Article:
A recent New York Times article entitled, "On Campus, the 60s Begin to Fade as Liberal Professors Retire," highlights a new study that found many professors active during the 1960s are retiring and being replaced by younger professors with more "moderate" views on the world. It states: "When it comes to those who consider themselves 'liberal activists,' 17.2 percent of the 50-64 age group take up the banner compared to only 1.3 percent of professors 35 and younger."
This is something that should be lamented and cause concern for those of us interested in creating social change. I graduated from UCLA in 2002 and the direction of my life took was heavily influenced by these activist professors. Like many privileged high school students who make up the majority of who get into the top universities, I grew up in the suburbs, where many of my friends did not have to work and could focus on their extracurricular activities, SATs, AP courses, and grades needed to impress college admissions officers. Our only access to poverty was through the television, or the occasional homeless person outside the supermarket. We are the children of Ronald Reagan, the visionary who ushered in a new culture of extreme individualism, where Americans became more obsessed with material possessions, wealth, and ignored calls for public service and social justice. And as we entered high school and college in the 1990s, the Clinton administration did little to change this culture.
I came to college obsessed only with creating the perfect resume to get into law school, where I could gain the skills necessary to get that six figure salary job. It was the more leftist professors who challenged me to question my insular view of the world. One of my professors, Paul Von Blum, an over 65 year old militant white guy with crazy hair and a beard, taught a class called the Art of Social Conscience, where we studied art critical of society or as he stated "art that makes you uncomfortable." He was active in the Free Speech Movement at Berkeley in the 1960s, went to the South to help register African Americans and fought against the Vietnam War. He painted for us a picture of those tumultuous times through his stories, pieces written by activists at the time, and art.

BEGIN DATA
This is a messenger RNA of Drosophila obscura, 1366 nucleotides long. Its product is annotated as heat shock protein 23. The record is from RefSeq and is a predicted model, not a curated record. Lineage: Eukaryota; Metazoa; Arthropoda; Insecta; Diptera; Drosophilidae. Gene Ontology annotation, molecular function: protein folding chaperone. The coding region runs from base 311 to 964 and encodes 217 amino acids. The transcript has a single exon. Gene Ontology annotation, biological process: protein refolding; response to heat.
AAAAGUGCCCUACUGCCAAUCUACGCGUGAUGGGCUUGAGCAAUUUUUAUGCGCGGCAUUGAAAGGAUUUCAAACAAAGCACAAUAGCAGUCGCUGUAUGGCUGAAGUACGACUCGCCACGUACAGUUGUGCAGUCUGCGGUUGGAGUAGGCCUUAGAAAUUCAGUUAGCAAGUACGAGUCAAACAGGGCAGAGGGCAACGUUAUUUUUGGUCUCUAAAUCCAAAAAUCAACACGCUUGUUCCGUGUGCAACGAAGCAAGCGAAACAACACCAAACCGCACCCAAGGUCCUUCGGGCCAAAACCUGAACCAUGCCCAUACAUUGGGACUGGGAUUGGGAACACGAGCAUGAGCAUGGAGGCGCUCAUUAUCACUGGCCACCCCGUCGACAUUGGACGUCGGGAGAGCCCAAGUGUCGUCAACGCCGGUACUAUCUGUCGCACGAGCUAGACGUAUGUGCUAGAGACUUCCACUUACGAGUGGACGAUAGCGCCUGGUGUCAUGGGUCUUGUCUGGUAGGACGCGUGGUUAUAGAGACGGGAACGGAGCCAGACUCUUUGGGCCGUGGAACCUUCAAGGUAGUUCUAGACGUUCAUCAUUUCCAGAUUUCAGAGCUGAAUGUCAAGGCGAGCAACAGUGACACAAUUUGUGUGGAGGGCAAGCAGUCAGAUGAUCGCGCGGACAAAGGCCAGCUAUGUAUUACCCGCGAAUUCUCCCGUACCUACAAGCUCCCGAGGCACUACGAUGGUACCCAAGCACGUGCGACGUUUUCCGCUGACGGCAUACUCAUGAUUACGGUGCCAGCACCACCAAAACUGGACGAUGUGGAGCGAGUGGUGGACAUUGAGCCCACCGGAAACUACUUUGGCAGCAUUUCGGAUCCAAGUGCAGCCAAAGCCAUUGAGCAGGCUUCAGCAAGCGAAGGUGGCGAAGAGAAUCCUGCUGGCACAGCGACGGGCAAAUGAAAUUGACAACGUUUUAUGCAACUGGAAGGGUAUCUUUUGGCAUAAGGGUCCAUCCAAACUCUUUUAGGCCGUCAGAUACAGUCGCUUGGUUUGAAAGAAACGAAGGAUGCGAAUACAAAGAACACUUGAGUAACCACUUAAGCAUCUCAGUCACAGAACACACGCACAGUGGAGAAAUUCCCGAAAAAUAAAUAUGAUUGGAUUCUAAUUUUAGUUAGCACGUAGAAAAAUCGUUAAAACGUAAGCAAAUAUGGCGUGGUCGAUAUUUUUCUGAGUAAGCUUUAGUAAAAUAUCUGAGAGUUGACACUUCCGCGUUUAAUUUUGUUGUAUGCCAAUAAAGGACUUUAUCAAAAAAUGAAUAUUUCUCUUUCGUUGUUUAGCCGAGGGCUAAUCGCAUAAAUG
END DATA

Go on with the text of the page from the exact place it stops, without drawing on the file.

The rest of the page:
He would make radical statements about the police, the government, and the culture of apathy within my generation. They often caused lively debate, absent from other courses. And though the class focused on the past, it forced us to reflect on our own times. His anger against injustice stirred up something inside me and I got involved with more campus activism from the struggle to unionize the janitors on campus, to strengthening the ethnic studies departments. I even started to migrate outside the confines of campus to downtown Los Angeles where I participated in rallies against police brutality and when on precinct walks with the ACLU and the union.
High school history never told us about the recent injustices committed by our government, skipping over Watergate, Vietnam, COINTELPRO, Iran-Contra, and other milestones that would cause children to question authority. I can get the "moderate" view simply by rereading my high school history book. I want the professor who makes me pick up course material at the independent book store.
These professors not only taught; they inspired and challenged us to do more for the world. They instilled within a lot of us a sense of social responsibility and aroused our idealism.
The movement and activism generated by the Obama campaign should give us hope that the young people today will experience first hand what is like to fight for something, whether its around the Iraq war, global warming, or poverty. They can become the professors of the future who will continue the tradition inspiring the youth to take action. Interestingly enough, the person who helped Obama develop a strategy for organizing was Professor Marshal Ganz at Harvard, who was a former organizer with the United Farm Workers union and worked directly with Cesar Chavez. Perhaps with an Obama victory and a more active youth population, within the next decade, the "moderate" trend may reverse itself.
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